I used way more than this but I wanted to show the tomatoes

Added a little white wine, lots of olive oil, and let the sauce simmer all day.  The result was a really fresh, simple tasting sauce that was perfect since I didn’t have any pine nuts.  But I will next time and guess what?  That basil plant is right back to where it was pre- hacking. I swear the thing is on steroids!


Beef Short Rib Ragu



     Saturday, March 26th 12:07PM

     I woke up this morning just wanting to make stuff, and experiment in the kitchen.  It was supposed to be a miserable day here on the Island so I thought I’d break out my slow cooker for a swan song as we head towards the summer.  Note to self:  Don’t listen to the weathermen – it’s absolutely stunning outside!

     Now, short ribs and I have a love hate relationship.  They seem like a good idea at the time, kinda like a hamster for your kid, but when the cooking is all said and done – they’ve ended up being a disappointment…in my eyes.

      So I toddled off to the Fresh Market this morning and picked up a nice Boston butt with the thought of slow cooking it with tomatoes, carrots, onions, blah blah blah…you know all the traditional beginnings that would make a hearty Ragu.

      Still clutching my butt, I waltzed past the beef counter, glanced at the short ribs on sale and smirked.  Nope, I wasn’t getting into that “seems like a good idea at the time” thing again or fall for the romantic notion that SR’s are really the “it” food of late.  Then I heard something… 

     “Give us a second chance…please, we won’t disappoint,” the short ribs begged.

They did look good sitting in the display case all meaty and marbled, but still I held my butt tight not wanting to be lured into their we’re hearty and tasty trap.

     “No!” I said a bit louder than I should have.

     “May I help you?”  Jim, the butcher guy behind the counter asked with a who is she talking to look.  The ribs kept at it… 

       “Hey, Miss smarty-pants cook.   Did you ever think maybe it might be YOU not us that can’t get it right?  Plenty of others sing our praises.”

     “What did you say?” I asked.

     “May I help you Miss?” Jim said looking around.

     “You’re a chicken.” It was the ribs again.

     “Chicken? Me?”  That was it, the ribs were chastising me, mocking me now.  It was throw down time.

     “Would you like a chicken?”  Jim asked.

     “No, no…I have my butt.”  I said proudly.

     Jim smiled, “short ribs on sale if you’re interested.”

     “Hmmm, on sale?”  I looked at my butt then back at the ribs.  “I’ll show you.”

     “Excuse me?” Jim was confused at this point, so was I.

     “I’ll take eight short-ribs please Jim.”

Jim handed me my package and I heard a muffled “you won’t be sorry.”

     “Thank you and I better not be.”  I said and smiled at Jim.

      So now I’ve got short ribs in my slow cooker smelling wonderful and getting all rich and thick.  Oh, and a Boston butt in the fridge for sometime next week.

     Saturday, March 26, 2011 – 7:30PM

OMG!  Make this tomorrow!  This sauce is rich, hearty, with a bit of a kick, tender and tasty!   The ribs were right.

Serves 4-6 – depending on how hungry you are


8 short ribs (about 4lbs)

4 medium carrots, diced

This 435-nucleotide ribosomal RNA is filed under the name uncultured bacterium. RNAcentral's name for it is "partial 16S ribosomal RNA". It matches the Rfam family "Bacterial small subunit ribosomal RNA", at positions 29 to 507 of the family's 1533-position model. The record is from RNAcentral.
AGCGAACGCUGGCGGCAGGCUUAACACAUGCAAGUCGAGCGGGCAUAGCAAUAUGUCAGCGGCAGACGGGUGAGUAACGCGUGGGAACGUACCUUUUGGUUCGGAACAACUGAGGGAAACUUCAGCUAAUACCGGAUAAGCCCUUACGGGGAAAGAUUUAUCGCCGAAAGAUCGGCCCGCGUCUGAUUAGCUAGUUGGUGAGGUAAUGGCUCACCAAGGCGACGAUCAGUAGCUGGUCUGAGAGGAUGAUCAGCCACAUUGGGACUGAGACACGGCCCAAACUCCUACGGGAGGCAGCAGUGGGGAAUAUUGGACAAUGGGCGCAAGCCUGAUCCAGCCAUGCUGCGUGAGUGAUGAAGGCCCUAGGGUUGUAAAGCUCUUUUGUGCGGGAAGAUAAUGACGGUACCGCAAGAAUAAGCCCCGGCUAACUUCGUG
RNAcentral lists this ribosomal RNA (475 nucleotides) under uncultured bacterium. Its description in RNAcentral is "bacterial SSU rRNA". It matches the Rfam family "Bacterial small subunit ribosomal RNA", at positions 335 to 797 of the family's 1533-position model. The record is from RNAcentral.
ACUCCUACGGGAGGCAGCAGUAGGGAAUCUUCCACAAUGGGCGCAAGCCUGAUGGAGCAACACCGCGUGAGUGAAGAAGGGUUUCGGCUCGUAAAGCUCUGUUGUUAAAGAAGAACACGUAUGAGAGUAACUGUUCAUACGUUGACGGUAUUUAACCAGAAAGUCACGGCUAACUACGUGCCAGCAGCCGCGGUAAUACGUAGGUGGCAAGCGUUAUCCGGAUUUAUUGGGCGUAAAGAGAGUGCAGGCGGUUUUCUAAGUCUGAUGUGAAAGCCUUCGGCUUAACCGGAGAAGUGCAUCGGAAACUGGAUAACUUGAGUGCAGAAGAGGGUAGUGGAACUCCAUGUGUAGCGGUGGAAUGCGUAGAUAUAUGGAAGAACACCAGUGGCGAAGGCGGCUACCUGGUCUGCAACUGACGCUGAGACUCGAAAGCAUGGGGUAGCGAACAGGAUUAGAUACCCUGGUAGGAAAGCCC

1 large onion, diced

1 bulb fennel, white part only, diced

4 garlic cloves, minced

3 oz shitake mushroom, stems removed and caps roughly chopped

1 ½ teaspoons red pepper flakes

2 tablespoons dried oregano

1 28oz can crushed tomatoes

1 1/3 cup red wine

3 tablespoons balsamic vinegar

Salt and pepper

Light olive oil for browning

Grated Parmesan cheese for serving


     Season short ribs with salt and pepper.  Heat a little olive oil in a heavy skillet when screaming hot, working in batches so you don’t crowd the ribs, brown them on all sides until well caramelized. 

Transfer ribs to the slow cooker.  Whisk tomatoes, 1 cup of  red wine and balsamic vinegar together in a medium bowl.  Pour over ribs and set slow cooker for 3 hours on high. 

     In the same skillet cook onions, carrots and fennel over medium heat until softened about 3-5 minutes.  Add garlic and mushrooms; cook for an additional 2-3 minutes. 

Add the remaining 1/3-cup of wine and cook until syrupy and almost evaporated, about 5 minutes or so.  Add the onion mixture to the short ribs, stir to distribute, cover then let the slow cooking begin. 

     After 3 hours, remove ribs from slow cooker and cut the meat from the bones.  Trim away any gristly fat and discard.  Shred the meat and return it to the slow cooker.  Continue cooking for another 3 hours on low.  Skim any fat you can from the top - it’s easier if you cool the Ragu.   Serve over rigatoni with grated Parmesan cheese. 

It’s All Delicious Notes:  This can be made two days ahead.  Remove the fat that accumulates before re-heating.  Also – you can make this in a Dutch oven on top of the stove or by roasting it in the oven at 300°F.  Either way the key is low and slow – dare I say, you can’t cook this too long.  This recipe was adapted from Ciao Italia- Slow and Easy by Mary Ann Esposito.



Carrot Cupcakes with Cream Cheese Frosting...for the Easter Bunny!

Here’s a copy of an email I received the other day…


Dear Sally 

I’ve been following your blog and reading your articles for some time now.  I’ve noticed that you cover the other major holidays well as far as desserts go.  You’ve got plenty of Christmas and Thanksgiving recipes on your website, but I have to say I’m a little disappointed that Easter seems to have fallen by the wayside.  Sure I noticed an orange cheesecake with a couple of “Peeps” stuck on top, and some lemony sugar cookies but that’s about it.  Santa gets a Buche de Noel, chocolate cupcakes with his favorite peppermint marshmallow frosting on top, and snowflake shortbread…just to name a few.  For Thanksgiving, you’ve got pumpkin everything from ravioli to cheesecake - you must just love your cheesecake!